Right before the mountains and fields completely thawed out and green returned to Gujo Hachiman, I had the opportunity to get off the beaten path and enjoy a bit of the slow life of traditional Japan. While the city’s lively summer dance festival is one of the most popular in the country, that’s not all it has to offer. I left Gifu City for an overnight trip to the countryside, and came back relaxed and inspired. If you want to recharge your spirits, why not leave urban life behind and return to a slower-paced way of life in the backwoods of Gujo Hachiman.
After a peaceful and toasty night’s rest at Airi Minshuku, I was ready to take on the day with some Daikon (white radish) hunting. The tour group reconvened at Shimoda Minshuku ready to put in a little effort to unearth the treasures. Provided with boots and snazzy gardening gloves we walked along the Kera River to the field. The daikon had already been plucked and buried in mid-autumn to be preserved during the winter months. After a safety explanation regarding the hoes, we were each given a chance to dig up a couple of daikon. You couldn’t just hack away at the dirt, a little gentleness was required. While the first three people started us off. I waited for the first bit of white to be uncovered. A man from Germany was the first to strike gold. Watching the others I was confident it wouldn’t be hard to find one. So, when it was my turn I was ready to go. Scrape, scrape, scrape. “Any day now” kept popping into my head. Someone shouted an encouraging, "Ganbatte Michelle!" (Hang in there!) Scrape, scrape, scrape. No daikon. When I finally saw white you’d think I was a kid who just found an Easter egg. Had to get in there and dig the rest of it out with my hands. It was so adorable and round. A good size for juggling too.
Daikon wasn’t the only thing of interest out there. A long and healthy-looking earthworm came out to see what the ruckus top side was and caught the attention of the participants. Nature! Everyone was amazed by its size. Must’ve been due to the rich countryside soil. I guess no matter how old you are, earthworms are still fascinating.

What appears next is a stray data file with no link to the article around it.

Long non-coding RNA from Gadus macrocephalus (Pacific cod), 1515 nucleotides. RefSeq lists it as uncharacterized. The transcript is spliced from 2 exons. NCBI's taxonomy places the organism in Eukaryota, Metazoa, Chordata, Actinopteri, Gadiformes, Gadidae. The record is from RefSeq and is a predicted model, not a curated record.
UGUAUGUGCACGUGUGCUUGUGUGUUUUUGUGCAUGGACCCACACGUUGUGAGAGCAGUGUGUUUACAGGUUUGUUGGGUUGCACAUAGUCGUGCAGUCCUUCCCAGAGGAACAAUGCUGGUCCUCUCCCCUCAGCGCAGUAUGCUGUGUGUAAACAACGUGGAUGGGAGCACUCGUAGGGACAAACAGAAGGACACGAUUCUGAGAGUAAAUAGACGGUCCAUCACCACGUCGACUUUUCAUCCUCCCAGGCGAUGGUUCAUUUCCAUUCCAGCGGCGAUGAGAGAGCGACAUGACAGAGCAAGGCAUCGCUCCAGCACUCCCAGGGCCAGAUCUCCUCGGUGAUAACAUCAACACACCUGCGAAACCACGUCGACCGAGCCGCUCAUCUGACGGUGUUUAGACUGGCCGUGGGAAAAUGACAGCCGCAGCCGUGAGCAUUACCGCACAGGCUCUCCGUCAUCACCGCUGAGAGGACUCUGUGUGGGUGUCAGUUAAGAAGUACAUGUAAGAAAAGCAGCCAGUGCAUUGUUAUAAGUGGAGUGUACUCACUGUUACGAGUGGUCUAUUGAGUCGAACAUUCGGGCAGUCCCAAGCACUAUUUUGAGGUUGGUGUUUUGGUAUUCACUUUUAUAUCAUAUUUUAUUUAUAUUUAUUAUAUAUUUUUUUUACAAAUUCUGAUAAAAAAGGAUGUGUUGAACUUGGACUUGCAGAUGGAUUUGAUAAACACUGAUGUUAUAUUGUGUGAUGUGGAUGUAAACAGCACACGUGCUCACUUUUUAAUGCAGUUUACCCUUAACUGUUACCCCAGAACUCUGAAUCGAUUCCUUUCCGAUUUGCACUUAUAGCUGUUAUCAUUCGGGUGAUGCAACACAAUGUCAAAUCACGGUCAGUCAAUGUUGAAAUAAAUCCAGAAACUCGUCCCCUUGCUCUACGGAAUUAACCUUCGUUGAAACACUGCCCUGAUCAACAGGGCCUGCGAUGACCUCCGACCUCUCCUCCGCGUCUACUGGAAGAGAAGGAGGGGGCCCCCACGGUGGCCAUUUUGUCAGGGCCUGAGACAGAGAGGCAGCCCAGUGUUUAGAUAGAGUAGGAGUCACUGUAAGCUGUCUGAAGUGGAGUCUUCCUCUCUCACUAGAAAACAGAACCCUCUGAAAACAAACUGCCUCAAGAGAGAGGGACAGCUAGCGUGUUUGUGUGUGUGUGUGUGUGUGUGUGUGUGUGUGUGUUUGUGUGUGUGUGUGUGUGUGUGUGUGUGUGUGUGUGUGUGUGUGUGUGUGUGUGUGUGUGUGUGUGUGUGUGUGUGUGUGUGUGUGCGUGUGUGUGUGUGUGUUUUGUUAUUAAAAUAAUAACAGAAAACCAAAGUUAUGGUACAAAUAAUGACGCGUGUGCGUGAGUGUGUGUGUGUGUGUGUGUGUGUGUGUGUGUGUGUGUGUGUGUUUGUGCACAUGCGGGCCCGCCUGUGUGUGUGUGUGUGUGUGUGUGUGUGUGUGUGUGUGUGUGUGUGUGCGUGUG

Back to the daikon. We weren’t finished yet. The haul was wheelbarrowed back to the minshuku where we were about to prepare the daikon for drying. Just like they’ve been doing for generations. Lots of peeling, cutting, stringing up, dunking, and good conversation with the tour members and locals ensued. The daikon are dried for around two weeks depending on the weather. Over time the firm crisp discs shrivel up to a fraction of their original size, but when you soak them in water they’ll fatten up again. We each got to take home two kinds of dried daikon. And the work gloves - if you wanted them. (I did!) Not your usual souvenirs.
Being outdoors in the countryside and doing something out of the ordinary was refreshing. This and the other events of the tour (mochi pounding, arts and crafts, mini-tour of the center of town) were put on by a group of minshuku landladies who call themselves Bistarli Momrs. Bistarai is Nepali for slowly. They formed the organization several years ago to introduce the rich culture of Gujo in a relaxing way to tourists. They can organize different activities depending on the season throughout the year. The initiative taken by these older women was quite inspiring. Through their words and the time they spent with us you could tell how much thought and care went into creating such a memorable experience.
Thank you ladies!